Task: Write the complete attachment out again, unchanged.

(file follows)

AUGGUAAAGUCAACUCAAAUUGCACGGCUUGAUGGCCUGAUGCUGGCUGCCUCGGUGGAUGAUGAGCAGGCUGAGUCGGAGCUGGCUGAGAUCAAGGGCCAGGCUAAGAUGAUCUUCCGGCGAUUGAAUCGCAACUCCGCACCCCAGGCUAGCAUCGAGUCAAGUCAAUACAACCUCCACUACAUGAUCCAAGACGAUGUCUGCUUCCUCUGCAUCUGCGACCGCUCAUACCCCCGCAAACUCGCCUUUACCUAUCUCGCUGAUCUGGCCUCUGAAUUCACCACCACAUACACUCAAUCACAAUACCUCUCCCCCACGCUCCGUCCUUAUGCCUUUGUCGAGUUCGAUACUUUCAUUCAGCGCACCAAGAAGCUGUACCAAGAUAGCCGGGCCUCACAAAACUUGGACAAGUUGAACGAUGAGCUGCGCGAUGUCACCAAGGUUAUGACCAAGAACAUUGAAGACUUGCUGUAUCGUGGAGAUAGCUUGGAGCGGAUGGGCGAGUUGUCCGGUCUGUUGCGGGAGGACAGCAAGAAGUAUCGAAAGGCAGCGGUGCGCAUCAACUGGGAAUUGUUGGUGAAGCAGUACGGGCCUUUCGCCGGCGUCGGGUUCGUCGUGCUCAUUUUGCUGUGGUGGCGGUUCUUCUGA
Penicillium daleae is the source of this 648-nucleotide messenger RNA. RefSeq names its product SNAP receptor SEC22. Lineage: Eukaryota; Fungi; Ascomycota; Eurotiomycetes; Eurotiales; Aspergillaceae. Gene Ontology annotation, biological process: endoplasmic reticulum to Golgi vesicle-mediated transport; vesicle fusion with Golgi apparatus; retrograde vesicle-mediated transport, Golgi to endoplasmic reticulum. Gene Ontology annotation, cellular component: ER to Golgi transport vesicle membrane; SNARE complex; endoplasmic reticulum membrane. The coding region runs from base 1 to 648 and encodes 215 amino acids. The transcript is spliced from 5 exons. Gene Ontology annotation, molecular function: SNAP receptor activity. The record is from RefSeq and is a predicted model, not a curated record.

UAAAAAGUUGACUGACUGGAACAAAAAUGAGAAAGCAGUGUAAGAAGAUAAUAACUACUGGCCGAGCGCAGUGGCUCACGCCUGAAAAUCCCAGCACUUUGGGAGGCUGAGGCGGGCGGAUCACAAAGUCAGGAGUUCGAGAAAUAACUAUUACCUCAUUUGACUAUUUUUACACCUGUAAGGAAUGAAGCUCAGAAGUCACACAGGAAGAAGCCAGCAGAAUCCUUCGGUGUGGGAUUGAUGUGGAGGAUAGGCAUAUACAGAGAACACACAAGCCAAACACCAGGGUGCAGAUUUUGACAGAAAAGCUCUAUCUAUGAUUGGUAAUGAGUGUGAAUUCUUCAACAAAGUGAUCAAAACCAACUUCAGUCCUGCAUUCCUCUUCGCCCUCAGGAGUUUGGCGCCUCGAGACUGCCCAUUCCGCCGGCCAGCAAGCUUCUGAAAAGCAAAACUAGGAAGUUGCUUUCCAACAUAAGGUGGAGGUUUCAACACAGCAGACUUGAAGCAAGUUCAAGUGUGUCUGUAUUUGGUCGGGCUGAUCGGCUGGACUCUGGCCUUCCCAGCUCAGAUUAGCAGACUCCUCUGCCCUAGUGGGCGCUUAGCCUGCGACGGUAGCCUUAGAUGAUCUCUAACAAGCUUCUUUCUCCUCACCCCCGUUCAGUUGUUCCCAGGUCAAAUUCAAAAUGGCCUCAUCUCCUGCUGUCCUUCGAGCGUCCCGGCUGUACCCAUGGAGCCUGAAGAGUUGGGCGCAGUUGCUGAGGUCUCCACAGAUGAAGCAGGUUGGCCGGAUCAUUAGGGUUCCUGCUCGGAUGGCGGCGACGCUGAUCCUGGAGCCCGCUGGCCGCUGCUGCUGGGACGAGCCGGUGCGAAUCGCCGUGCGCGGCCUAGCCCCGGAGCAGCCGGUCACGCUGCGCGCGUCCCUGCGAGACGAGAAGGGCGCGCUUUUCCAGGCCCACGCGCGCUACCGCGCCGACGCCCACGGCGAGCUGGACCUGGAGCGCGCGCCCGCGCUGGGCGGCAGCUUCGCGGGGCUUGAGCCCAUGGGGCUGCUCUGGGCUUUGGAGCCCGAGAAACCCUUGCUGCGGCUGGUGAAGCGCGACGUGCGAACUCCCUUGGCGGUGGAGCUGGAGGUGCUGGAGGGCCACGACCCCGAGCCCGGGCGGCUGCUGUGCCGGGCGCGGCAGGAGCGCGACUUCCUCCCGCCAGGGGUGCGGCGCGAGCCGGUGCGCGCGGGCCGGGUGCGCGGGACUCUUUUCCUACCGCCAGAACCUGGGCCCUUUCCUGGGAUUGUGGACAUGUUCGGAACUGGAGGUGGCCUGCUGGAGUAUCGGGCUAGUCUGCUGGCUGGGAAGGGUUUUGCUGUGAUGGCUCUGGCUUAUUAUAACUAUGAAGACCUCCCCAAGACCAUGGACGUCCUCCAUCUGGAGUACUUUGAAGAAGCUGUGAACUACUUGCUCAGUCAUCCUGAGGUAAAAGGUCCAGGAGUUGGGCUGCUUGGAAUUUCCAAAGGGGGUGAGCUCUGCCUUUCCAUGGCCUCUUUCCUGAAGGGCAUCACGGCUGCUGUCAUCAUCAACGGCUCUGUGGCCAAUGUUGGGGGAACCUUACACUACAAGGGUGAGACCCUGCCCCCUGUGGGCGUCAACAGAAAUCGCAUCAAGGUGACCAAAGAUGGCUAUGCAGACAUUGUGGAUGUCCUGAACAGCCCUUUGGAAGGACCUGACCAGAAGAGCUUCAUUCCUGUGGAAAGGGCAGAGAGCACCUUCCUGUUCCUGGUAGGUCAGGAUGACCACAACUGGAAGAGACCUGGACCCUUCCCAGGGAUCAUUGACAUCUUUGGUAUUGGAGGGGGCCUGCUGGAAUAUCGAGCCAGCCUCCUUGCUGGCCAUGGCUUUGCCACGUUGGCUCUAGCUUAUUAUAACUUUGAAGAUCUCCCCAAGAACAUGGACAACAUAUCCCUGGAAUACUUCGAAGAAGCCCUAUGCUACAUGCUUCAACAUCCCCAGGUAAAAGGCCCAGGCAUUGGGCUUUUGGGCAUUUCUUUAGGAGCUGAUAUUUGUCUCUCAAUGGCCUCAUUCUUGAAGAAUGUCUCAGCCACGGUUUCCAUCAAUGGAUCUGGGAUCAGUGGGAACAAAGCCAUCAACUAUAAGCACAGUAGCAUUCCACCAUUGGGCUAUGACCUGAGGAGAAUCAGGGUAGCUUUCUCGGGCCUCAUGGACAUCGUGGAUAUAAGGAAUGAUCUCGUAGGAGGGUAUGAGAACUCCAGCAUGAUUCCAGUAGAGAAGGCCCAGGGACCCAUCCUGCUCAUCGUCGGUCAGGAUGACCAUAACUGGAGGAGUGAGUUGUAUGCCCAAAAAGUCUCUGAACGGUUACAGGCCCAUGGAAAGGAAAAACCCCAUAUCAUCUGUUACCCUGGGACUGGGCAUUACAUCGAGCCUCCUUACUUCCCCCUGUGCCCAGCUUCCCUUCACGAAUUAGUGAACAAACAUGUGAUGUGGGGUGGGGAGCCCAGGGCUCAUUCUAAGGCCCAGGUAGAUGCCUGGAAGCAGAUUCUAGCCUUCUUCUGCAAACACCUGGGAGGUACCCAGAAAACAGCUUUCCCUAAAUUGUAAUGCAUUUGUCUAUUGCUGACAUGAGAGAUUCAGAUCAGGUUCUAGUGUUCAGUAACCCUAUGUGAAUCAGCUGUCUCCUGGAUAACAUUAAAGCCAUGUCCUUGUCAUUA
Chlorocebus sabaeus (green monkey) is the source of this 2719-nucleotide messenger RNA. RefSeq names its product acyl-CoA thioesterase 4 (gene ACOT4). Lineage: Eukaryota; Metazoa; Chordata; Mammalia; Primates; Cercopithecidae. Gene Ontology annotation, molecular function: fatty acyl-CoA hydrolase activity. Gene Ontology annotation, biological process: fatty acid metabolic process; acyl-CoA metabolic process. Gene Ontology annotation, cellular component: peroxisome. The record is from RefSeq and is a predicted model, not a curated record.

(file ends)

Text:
AUGGUAAAGUCAACUCAAAUUGCACGGCUUGAUGGCCUGAUGCUGGCUGCCUCGGUGGAUGAUGAGCAGGCUGAGUCGGAGCUGGCUGAGAUCAAGGGCCAGGCUAAGAUGAUCUUCCGGCGAUUGAAUCGCAACUCCGCACCCCAGGCUAGCAUCGAGUCAAGUCAAUACAACCUCCACUACAUGAUCCAAGACGAUGUCUGCUUCCUCUGCAUCUGCGACCGCUCAUACCCCCGCAAACUCGCCUUUACCUAUCUCGCUGAUCUGGCCUCUGAAUUCACCACCACAUACACUCAAUCACAAUACCUCUCCCCCACGCUCCGUCCUUAUGCCUUUGUCGAGUUCGAUACUUUCAUUCAGCGCACCAAGAAGCUGUACCAAGAUAGCCGGGCCUCACAAAACUUGGACAAGUUGAACGAUGAGCUGCGCGAUGUCACCAAGGUUAUGACCAAGAACAUUGAAGACUUGCUGUAUCGUGGAGAUAGCUUGGAGCGGAUGGGCGAGUUGUCCGGUCUGUUGCGGGAGGACAGCAAGAAGUAUCGAAAGGCAGCGGUGCGCAUCAACUGGGAAUUGUUGGUGAAGCAGUACGGGCCUUUCGCCGGCGUCGGGUUCGUCGUGCUCAUUUUGCUGUGGUGGCGGUUCUUCUGA
Penicillium daleae is the source of this 648-nucleotide messenger RNA. RefSeq names its product SNAP receptor SEC22. Lineage: Eukaryota; Fungi; Ascomycota; Eurotiomycetes; Eurotiales; Aspergillaceae. Gene Ontology annotation, biological process: endoplasmic reticulum to Golgi vesicle-mediated transport; vesicle fusion with Golgi apparatus; retrograde vesicle-mediated transport, Golgi to endoplasmic reticulum. Gene Ontology annotation, cellular component: ER to Golgi transport vesicle membrane; SNARE complex; endoplasmic reticulum membrane. The coding region runs from base 1 to 648 and encodes 215 amino acids. The transcript is spliced from 5 exons. Gene Ontology annotation, molecular function: SNAP receptor activity. The record is from RefSeq and is a predicted model, not a curated record.

UAAAAAGUUGACUGACUGGAACAAAAAUGAGAAAGCAGUGUAAGAAGAUAAUAACUACUGGCCGAGCGCAGUGGCUCACGCCUGAAAAUCCCAGCACUUUGGGAGGCUGAGGCGGGCGGAUCACAAAGUCAGGAGUUCGAGAAAUAACUAUUACCUCAUUUGACUAUUUUUACACCUGUAAGGAAUGAAGCUCAGAAGUCACACAGGAAGAAGCCAGCAGAAUCCUUCGGUGUGGGAUUGAUGUGGAGGAUAGGCAUAUACAGAGAACACACAAGCCAAACACCAGGGUGCAGAUUUUGACAGAAAAGCUCUAUCUAUGAUUGGUAAUGAGUGUGAAUUCUUCAACAAAGUGAUCAAAACCAACUUCAGUCCUGCAUUCCUCUUCGCCCUCAGGAGUUUGGCGCCUCGAGACUGCCCAUUCCGCCGGCCAGCAAGCUUCUGAAAAGCAAAACUAGGAAGUUGCUUUCCAACAUAAGGUGGAGGUUUCAACACAGCAGACUUGAAGCAAGUUCAAGUGUGUCUGUAUUUGGUCGGGCUGAUCGGCUGGACUCUGGCCUUCCCAGCUCAGAUUAGCAGACUCCUCUGCCCUAGUGGGCGCUUAGCCUGCGACGGUAGCCUUAGAUGAUCUCUAACAAGCUUCUUUCUCCUCACCCCCGUUCAGUUGUUCCCAGGUCAAAUUCAAAAUGGCCUCAUCUCCUGCUGUCCUUCGAGCGUCCCGGCUGUACCCAUGGAGCCUGAAGAGUUGGGCGCAGUUGCUGAGGUCUCCACAGAUGAAGCAGGUUGGCCGGAUCAUUAGGGUUCCUGCUCGGAUGGCGGCGACGCUGAUCCUGGAGCCCGCUGGCCGCUGCUGCUGGGACGAGCCGGUGCGAAUCGCCGUGCGCGGCCUAGCCCCGGAGCAGCCGGUCACGCUGCGCGCGUCCCUGCGAGACGAGAAGGGCGCGCUUUUCCAGGCCCACGCGCGCUACCGCGCCGACGCCCACGGCGAGCUGGACCUGGAGCGCGCGCCCGCGCUGGGCGGCAGCUUCGCGGGGCUUGAGCCCAUGGGGCUGCUCUGGGCUUUGGAGCCCGAGAAACCCUUGCUGCGGCUGGUGAAGCGCGACGUGCGAACUCCCUUGGCGGUGGAGCUGGAGGUGCUGGAGGGCCACGACCCCGAGCCCGGGCGGCUGCUGUGCCGGGCGCGGCAGGAGCGCGACUUCCUCCCGCCAGGGGUGCGGCGCGAGCCGGUGCGCGCGGGCCGGGUGCGCGGGACUCUUUUCCUACCGCCAGAACCUGGGCCCUUUCCUGGGAUUGUGGACAUGUUCGGAACUGGAGGUGGCCUGCUGGAGUAUCGGGCUAGUCUGCUGGCUGGGAAGGGUUUUGCUGUGAUGGCUCUGGCUUAUUAUAACUAUGAAGACCUCCCCAAGACCAUGGACGUCCUCCAUCUGGAGUACUUUGAAGAAGCUGUGAACUACUUGCUCAGUCAUCCUGAGGUAAAAGGUCCAGGAGUUGGGCUGCUUGGAAUUUCCAAAGGGGGUGAGCUCUGCCUUUCCAUGGCCUCUUUCCUGAAGGGCAUCACGGCUGCUGUCAUCAUCAACGGCUCUGUGGCCAAUGUUGGGGGAACCUUACACUACAAGGGUGAGACCCUGCCCCCUGUGGGCGUCAACAGAAAUCGCAUCAAGGUGACCAAAGAUGGCUAUGCAGACAUUGUGGAUGUCCUGAACAGCCCUUUGGAAGGACCUGACCAGAAGAGCUUCAUUCCUGUGGAAAGGGCAGAGAGCACCUUCCUGUUCCUGGUAGGUCAGGAUGACCACAACUGGAAGAGACCUGGACCCUUCCCAGGGAUCAUUGACAUCUUUGGUAUUGGAGGGGGCCUGCUGGAAUAUCGAGCCAGCCUCCUUGCUGGCCAUGGCUUUGCCACGUUGGCUCUAGCUUAUUAUAACUUUGAAGAUCUCCCCAAGAACAUGGACAACAUAUCCCUGGAAUACUUCGAAGAAGCCCUAUGCUACAUGCUUCAACAUCCCCAGGUAAAAGGCCCAGGCAUUGGGCUUUUGGGCAUUUCUUUAGGAGCUGAUAUUUGUCUCUCAAUGGCCUCAUUCUUGAAGAAUGUCUCAGCCACGGUUUCCAUCAAUGGAUCUGGGAUCAGUGGGAACAAAGCCAUCAACUAUAAGCACAGUAGCAUUCCACCAUUGGGCUAUGACCUGAGGAGAAUCAGGGUAGCUUUCUCGGGCCUCAUGGACAUCGUGGAUAUAAGGAAUGAUCUCGUAGGAGGGUAUGAGAACUCCAGCAUGAUUCCAGUAGAGAAGGCCCAGGGACCCAUCCUGCUCAUCGUCGGUCAGGAUGACCAUAACUGGAGGAGUGAGUUGUAUGCCCAAAAAGUCUCUGAACGGUUACAGGCCCAUGGAAAGGAAAAACCCCAUAUCAUCUGUUACCCUGGGACUGGGCAUUACAUCGAGCCUCCUUACUUCCCCCUGUGCCCAGCUUCCCUUCACGAAUUAGUGAACAAACAUGUGAUGUGGGGUGGGGAGCCCAGGGCUCAUUCUAAGGCCCAGGUAGAUGCCUGGAAGCAGAUUCUAGCCUUCUUCUGCAAACACCUGGGAGGUACCCAGAAAACAGCUUUCCCUAAAUUGUAAUGCAUUUGUCUAUUGCUGACAUGAGAGAUUCAGAUCAGGUUCUAGUGUUCAGUAACCCUAUGUGAAUCAGCUGUCUCCUGGAUAACAUUAAAGCCAUGUCCUUGUCAUUA
Chlorocebus sabaeus (green monkey) is the source of this 2719-nucleotide messenger RNA. RefSeq names its product acyl-CoA thioesterase 4 (gene ACOT4). Lineage: Eukaryota; Metazoa; Chordata; Mammalia; Primates; Cercopithecidae. Gene Ontology annotation, molecular function: fatty acyl-CoA hydrolase activity. Gene Ontology annotation, biological process: fatty acid metabolic process; acyl-CoA metabolic process. Gene Ontology annotation, cellular component: peroxisome. The record is from RefSeq and is a predicted model, not a curated record.